Offer encouragement Telling people on occasion that they’re doing a great job and that you appreciate the help they give you is always a good thing to do. Take a few minutes to tell someone you work with on a project that you appreciate their efforts – quite often, you’ll find that when you really need them, they come through for you.
Draft a report Regularly, I have to write lengthy reports on various things associated with my work. To aid in this, I usually start drafting them pretty early on and save them in a “draft” folder, usually when a particular piece of it is fresh in my mind. This not only allows me to avoid a dreadful day of writing a mind-numbing report, but it makes the report substantially better because I’ve written pieces while they’re fresh on my mind. Not only that, I can usually turn in a stellar report very quickly, impressing my supervisors.
Get rid of the junk immediately If a memo or an item that is likely junk crosses your desk, glance at it and toss it immediately. Don’t let that stuff build up, because it slowly eats away at your space and at your time. I used to be awful at this and soon I’d wind up with a huge pile of junk that I didn’t have a clue about, so I would have to burn a good amount of time going through it, deciphering memos to figure out if they were important, and so on. Just get rid of the junk as soon as you see it – it keeps your work area neat and saves you valuable time later on.
Start a side business Figure out what your passion is and start a side business that incorporates that passion. Draw on the work connections you’ve built up at your current and previous employment to aid with it as it grows. Eventually, the side business can become the main business (Money360 might just do this in the future for me).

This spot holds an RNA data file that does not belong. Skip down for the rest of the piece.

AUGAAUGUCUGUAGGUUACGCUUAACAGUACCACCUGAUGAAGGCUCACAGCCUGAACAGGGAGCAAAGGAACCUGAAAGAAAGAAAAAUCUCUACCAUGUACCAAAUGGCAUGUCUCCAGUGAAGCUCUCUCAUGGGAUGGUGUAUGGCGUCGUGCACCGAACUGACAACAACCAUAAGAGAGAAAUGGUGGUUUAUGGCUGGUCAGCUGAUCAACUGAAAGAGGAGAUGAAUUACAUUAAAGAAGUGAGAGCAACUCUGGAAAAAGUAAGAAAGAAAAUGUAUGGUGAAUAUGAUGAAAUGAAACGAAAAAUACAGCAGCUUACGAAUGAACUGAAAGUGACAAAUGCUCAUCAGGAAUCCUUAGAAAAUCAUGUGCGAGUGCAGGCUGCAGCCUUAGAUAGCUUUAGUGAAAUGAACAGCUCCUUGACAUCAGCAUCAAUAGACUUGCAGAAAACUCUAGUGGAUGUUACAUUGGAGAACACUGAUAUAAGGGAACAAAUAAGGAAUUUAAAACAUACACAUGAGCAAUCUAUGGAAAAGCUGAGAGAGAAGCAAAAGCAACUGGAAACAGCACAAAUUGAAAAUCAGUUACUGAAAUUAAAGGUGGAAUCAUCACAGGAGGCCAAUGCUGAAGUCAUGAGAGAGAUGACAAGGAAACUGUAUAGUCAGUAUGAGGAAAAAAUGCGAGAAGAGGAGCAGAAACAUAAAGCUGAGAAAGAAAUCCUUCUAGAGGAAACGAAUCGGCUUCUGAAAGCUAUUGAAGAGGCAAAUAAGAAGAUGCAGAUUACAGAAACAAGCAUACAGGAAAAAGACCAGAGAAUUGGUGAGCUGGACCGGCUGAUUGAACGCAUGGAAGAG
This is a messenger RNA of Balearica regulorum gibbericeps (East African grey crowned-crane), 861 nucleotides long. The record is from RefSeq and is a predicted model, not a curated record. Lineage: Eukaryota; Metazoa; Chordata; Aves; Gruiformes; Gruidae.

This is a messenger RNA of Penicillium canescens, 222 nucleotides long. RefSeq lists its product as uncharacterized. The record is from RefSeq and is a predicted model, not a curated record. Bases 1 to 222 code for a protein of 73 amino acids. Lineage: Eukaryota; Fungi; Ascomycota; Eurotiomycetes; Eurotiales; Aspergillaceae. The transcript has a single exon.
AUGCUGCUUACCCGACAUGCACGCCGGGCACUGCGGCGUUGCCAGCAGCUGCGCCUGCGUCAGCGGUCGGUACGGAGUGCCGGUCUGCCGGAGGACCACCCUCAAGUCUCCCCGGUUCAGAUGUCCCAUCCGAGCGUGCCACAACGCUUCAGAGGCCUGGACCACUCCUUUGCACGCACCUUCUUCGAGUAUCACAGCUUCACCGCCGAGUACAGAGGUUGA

Think about how your work directly connects to the bottom line of the organization I’m shocked how many people, especially in technical fields, never really consider this part of it. For some jobs, the connection might not be obvious, but keep working at it. Are you developing a project? Look at the pieces you’re doing for that project, then seek out what the potential for that project is by finding the planning and the projections for it. Connect those pieces together and you’ll have a great story to tell during your reviews and also great things to report when interviewing and meeting with others. This is often very valuable if you’re in a small organization or a startup.
Cut checking your email to at most twice a day Seriously. Just turn it off. I work in a very technical environment where many others check their email constantly, but they never seem to be able to complete big projects that require steady focus. My advice is to do an email session mid-morning and then one just before you leave in which you set up your tasks to do for the next day.
Clean out your inbox Some people do this by declaring “email bankruptcy” and just wiping their inbox, but my policy is a bit different. During my email sessions I empty my inbox, period. I file everything into various folders that tell me which tasks are priorities, which ones can wait, and which ones are saved just for reference. By doing this inbox triage regularly, I don’t “lose” stuff in a cluttered, chaotic inbox, which means I haven’t accidentally made Joan in accounting irate because I don’t get back to her.
Eat an energy booster in the early afternoon Almost every coworker I have gets tired at about two or three in the afternoon, and it has been true at other jobs as well. My solution? Eat an energy-packed snack about an hour before the doldrums take effect. I eat a light lunch, then about an hour before the doldrums, I eat an orange or a banana and drink a fruit smoothie. At just about the time that everyone else is zoning out, I take off and get a ton of stuff done while others are trying to stay awake. This has made me appear very productive many times in the past.